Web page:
'Hawkish' Hilsenrath Confirms Fed Not Worried About Q1 Growth, Rate Hikes Coming

At a stunning pace of 608 words in just 4 minutes, The Wall Street Journal's Fed-Whisperer, Jon Hilsenrath, has proclaimed his "common knowledge" meme for today's FOMC statement. Confirming that officials "aren’t at this point alarmed about the first quarter slowdown," and in fact stating they are confident of spending picking up due to consumer sentiment (which just fell)... which leaves them signalling no shift in policy stance - i.e. rate hikes are coming whether the economy can handle it or not...

 

Via The Wall Street Journal,

Federal Reserve officials attributed the economy’s sharp first-quarter slowdown to transitory factors, in effect signaling an increase in short-term interest rates remains on the table for the months ahead although the timing has become more uncertain.

 

The Fed now needs time to make sure its expectation of a rebound proves correct after a spate of soft economic data. That means the chances of a rate increase by midyear have greatly diminished, a point underscored by the Fed’s statement released Wednesday at the conclusion of a two-day policy meeting.

 

“Economic growth slowed during the winter months, in part reflecting transitory factors,” the Fed said. The Fed also said that although growth and employment had slowed officials expected economic activity to return to return to a modest pace of growth and job market could continue to improve, “with appropriate policy accommodation.”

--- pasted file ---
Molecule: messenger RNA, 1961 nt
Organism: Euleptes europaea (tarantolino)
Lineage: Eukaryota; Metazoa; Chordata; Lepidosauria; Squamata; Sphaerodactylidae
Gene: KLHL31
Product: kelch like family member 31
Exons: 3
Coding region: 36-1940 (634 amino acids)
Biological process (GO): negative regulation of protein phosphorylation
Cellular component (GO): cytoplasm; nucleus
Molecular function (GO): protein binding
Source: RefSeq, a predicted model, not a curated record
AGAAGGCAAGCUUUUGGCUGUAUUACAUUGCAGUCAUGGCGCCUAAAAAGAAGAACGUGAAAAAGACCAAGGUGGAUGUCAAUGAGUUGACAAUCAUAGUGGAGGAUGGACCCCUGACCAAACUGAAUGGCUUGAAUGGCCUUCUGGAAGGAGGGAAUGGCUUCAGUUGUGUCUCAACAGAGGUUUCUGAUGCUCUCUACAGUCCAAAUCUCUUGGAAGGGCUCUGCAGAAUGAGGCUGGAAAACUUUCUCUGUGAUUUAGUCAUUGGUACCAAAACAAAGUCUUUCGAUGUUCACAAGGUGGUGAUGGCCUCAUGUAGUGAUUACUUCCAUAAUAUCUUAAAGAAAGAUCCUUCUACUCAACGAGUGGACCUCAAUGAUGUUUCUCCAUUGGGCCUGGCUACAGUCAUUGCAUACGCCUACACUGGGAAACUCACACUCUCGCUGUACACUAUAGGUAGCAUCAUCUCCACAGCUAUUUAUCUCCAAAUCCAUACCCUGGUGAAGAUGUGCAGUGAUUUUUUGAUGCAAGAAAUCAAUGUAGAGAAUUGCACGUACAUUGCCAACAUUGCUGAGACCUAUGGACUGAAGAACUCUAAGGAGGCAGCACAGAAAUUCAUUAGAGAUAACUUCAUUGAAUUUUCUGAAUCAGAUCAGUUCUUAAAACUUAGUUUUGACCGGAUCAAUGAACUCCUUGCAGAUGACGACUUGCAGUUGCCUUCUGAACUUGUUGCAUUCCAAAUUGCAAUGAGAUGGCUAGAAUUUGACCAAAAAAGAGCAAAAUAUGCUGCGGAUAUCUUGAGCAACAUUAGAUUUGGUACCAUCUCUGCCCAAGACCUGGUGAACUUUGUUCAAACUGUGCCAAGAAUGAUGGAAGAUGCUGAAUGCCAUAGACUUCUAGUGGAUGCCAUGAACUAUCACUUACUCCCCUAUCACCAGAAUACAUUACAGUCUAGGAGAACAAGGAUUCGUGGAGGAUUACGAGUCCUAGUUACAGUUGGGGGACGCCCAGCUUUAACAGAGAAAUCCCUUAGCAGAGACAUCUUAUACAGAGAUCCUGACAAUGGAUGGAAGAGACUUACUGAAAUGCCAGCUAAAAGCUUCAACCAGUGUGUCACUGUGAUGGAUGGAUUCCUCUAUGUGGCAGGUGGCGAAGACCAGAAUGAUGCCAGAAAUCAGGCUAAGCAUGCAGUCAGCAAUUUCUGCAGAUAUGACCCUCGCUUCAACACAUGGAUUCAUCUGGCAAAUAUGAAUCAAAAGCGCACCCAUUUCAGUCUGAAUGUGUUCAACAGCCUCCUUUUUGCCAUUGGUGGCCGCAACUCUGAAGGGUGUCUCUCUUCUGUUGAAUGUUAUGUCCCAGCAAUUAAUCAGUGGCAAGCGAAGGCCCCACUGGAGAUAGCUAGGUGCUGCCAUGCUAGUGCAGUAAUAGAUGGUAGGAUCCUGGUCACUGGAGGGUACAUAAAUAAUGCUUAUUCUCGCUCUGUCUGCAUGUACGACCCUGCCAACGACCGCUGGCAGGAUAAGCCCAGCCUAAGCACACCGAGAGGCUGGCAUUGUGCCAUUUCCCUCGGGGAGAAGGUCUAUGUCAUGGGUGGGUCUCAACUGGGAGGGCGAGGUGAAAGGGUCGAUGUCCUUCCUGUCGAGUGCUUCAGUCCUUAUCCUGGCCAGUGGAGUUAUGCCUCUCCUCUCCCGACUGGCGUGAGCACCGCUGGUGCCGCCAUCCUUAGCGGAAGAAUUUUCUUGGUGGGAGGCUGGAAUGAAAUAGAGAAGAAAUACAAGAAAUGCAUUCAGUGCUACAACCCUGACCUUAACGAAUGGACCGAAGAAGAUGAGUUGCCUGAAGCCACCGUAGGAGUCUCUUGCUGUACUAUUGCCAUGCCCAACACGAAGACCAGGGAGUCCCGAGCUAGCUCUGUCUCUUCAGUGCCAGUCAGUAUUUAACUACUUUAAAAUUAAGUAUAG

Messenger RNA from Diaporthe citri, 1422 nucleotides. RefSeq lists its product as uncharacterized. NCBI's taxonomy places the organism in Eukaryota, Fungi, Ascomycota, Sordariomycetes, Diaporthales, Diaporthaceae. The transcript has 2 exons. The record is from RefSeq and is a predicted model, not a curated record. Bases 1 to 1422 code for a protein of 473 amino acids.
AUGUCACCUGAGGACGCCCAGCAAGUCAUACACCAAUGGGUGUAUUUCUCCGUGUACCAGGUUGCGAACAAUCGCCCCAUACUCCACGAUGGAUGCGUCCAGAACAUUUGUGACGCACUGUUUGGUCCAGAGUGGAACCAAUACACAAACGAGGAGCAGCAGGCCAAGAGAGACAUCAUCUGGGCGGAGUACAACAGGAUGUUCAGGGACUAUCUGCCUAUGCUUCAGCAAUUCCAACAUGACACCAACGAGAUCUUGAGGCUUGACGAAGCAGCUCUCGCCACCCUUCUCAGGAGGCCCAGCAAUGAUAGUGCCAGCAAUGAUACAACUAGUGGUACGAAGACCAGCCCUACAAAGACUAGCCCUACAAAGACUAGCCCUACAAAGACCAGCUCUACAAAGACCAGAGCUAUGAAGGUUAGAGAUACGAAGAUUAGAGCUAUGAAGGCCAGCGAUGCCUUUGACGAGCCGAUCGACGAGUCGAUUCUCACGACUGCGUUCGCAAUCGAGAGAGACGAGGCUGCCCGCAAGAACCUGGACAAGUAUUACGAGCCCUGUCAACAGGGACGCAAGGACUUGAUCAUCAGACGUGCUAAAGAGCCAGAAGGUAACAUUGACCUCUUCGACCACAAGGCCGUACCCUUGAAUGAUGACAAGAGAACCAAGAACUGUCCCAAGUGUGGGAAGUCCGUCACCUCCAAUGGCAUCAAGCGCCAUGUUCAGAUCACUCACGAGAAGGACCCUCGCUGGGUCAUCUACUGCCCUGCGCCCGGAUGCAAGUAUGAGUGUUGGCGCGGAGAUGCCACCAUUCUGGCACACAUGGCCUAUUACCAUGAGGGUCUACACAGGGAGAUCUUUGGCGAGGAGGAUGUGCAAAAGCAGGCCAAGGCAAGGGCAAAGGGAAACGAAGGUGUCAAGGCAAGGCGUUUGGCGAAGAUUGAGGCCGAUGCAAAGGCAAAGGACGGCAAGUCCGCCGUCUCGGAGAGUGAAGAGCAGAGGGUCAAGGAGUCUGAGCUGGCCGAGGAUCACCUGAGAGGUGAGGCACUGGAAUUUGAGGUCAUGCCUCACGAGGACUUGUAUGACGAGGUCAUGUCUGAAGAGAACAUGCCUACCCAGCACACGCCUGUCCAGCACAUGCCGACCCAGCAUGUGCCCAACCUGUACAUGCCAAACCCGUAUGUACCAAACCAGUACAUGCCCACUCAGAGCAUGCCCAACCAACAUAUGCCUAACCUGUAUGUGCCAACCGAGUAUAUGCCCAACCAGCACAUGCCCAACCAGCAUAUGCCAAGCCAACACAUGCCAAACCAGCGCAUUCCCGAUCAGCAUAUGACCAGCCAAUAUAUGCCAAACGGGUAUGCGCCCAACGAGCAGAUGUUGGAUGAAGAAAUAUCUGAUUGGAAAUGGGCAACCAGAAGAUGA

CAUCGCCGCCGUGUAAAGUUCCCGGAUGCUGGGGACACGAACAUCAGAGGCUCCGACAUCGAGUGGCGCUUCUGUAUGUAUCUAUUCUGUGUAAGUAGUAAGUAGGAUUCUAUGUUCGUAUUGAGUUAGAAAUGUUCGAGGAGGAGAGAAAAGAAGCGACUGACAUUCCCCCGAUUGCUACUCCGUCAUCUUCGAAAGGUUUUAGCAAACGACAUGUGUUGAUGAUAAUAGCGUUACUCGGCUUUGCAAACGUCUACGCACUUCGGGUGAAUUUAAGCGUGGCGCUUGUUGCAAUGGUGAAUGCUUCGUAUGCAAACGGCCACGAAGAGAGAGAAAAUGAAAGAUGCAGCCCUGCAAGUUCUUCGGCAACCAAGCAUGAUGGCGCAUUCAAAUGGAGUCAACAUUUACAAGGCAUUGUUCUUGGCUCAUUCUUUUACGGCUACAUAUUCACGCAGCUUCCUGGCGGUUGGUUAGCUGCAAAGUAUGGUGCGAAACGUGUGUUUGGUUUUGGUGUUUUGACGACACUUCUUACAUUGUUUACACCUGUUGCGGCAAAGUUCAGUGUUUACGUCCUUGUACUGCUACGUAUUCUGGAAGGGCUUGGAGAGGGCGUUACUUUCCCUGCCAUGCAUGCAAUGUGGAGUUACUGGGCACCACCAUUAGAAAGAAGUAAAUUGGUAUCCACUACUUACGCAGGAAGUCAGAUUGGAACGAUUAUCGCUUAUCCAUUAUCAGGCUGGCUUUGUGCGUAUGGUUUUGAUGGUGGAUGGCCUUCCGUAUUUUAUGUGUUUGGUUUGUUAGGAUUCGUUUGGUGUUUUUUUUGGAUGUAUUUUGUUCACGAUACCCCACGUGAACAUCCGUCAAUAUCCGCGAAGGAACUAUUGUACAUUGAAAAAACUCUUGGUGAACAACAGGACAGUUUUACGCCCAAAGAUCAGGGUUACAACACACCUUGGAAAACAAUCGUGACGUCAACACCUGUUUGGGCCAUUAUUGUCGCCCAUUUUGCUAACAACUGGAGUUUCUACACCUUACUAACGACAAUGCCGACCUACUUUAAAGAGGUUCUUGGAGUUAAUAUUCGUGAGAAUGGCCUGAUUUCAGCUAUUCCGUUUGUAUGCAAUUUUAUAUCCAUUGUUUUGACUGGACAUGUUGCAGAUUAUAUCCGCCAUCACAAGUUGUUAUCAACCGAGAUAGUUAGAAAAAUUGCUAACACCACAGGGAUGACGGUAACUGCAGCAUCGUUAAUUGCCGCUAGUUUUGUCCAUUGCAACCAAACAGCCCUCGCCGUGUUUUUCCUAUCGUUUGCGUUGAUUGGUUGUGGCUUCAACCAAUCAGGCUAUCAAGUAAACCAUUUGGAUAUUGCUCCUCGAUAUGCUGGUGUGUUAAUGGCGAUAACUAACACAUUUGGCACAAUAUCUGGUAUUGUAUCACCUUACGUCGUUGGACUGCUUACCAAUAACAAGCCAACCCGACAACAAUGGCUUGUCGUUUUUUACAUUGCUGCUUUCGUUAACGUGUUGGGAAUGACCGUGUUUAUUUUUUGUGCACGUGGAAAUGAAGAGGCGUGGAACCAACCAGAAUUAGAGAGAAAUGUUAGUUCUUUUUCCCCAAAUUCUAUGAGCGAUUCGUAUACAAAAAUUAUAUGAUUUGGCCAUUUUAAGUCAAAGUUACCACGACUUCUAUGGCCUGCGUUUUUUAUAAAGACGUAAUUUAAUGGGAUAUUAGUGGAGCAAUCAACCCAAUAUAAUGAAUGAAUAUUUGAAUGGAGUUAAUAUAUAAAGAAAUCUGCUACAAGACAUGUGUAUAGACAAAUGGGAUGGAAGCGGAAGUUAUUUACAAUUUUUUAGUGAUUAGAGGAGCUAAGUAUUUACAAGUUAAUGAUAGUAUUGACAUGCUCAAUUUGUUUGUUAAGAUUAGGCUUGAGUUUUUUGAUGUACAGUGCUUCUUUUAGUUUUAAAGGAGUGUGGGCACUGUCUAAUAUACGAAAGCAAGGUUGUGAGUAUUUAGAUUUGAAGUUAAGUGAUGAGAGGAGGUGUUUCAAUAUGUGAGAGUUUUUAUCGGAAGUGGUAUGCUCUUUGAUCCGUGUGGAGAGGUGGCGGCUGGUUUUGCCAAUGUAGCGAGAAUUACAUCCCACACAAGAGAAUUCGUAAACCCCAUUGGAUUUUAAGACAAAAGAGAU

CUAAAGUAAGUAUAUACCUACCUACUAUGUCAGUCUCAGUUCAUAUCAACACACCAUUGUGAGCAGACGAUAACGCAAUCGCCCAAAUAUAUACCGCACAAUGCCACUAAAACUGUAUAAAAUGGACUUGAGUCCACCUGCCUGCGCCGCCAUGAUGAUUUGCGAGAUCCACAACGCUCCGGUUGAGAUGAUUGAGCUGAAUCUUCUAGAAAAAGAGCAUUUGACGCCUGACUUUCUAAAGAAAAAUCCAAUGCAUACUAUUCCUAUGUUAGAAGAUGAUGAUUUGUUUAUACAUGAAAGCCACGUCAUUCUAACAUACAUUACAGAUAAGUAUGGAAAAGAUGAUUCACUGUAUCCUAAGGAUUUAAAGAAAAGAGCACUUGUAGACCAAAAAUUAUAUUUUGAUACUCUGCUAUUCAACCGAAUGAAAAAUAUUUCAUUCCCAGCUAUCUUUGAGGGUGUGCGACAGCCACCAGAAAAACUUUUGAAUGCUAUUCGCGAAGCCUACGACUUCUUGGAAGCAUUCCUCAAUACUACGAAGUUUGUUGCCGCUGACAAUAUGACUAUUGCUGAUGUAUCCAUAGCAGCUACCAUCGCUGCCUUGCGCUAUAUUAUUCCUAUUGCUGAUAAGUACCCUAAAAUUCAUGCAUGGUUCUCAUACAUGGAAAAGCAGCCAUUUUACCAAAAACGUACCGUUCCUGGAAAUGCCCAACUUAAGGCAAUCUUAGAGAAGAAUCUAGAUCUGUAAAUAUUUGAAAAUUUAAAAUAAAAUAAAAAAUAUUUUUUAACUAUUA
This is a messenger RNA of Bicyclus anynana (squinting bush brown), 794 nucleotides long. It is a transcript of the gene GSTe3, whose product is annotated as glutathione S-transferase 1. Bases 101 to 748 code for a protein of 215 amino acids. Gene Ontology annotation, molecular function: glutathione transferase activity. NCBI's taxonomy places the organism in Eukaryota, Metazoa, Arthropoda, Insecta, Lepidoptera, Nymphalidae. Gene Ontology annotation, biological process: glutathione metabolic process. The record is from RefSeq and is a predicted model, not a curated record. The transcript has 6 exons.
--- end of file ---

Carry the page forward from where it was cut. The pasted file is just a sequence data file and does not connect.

The gathering concluded a few hours after the Commerce Department reported the U.S. economy grew at a 0.2% annual rate in the in the first quarter. It was the worst performance in a year, pocked with evidence of a slowing trade sector and anemic business investment. The report also showed annual consumer price inflation slowed in the first quarter.

 

For now, the Fed isn’t signaling any shift in its policy stance. It repeated it would keep its benchmark short-term interest rate, the federal funds rate, pinned near zero, where it has been since December 2008. Officials in March opened the door to rate increases later this year, by removing from the policy statement assurances rates would stay low.

 

The policy statement said, as it did in March, that the central bank would raise rates when officials become reasonably confident that inflation is moving back up toward the Fed’s 2% objective and as long as the job market continues to improve.

 

Officials sought to acknowledge the recent economic downshift in their policy statement, while keeping their options open. The pace of job gains moderated, the Fed statement said, and measures of labor market slack were little changed. Business investment softened and exports declined.

 

The statement also said officials saw the risks to the outlook were balanced - an important sign that they aren’t at this point alarmed about the first quarter slowdown. Many officials believe that conditions are ripe for consumer spending to pick up in the months ahead, in part because employment, incomes and confidence have risen and falling gasoline prices have boosted household purchasing power.

 

The statement pointed to strong gains in inflation-adjusted household incomes and consumer sentiment, underscore this view.

 

Nobody dissented at the meeting. It was the fifth time in 10 meetings run by Fed Chairwoman Janet Yellen with no dissents.

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Fed officials thought the 2014 slowdown was a temporary blip and in that case proved to be right. Economic growth picked up in the second and third quarters of last year... will 2015 be different?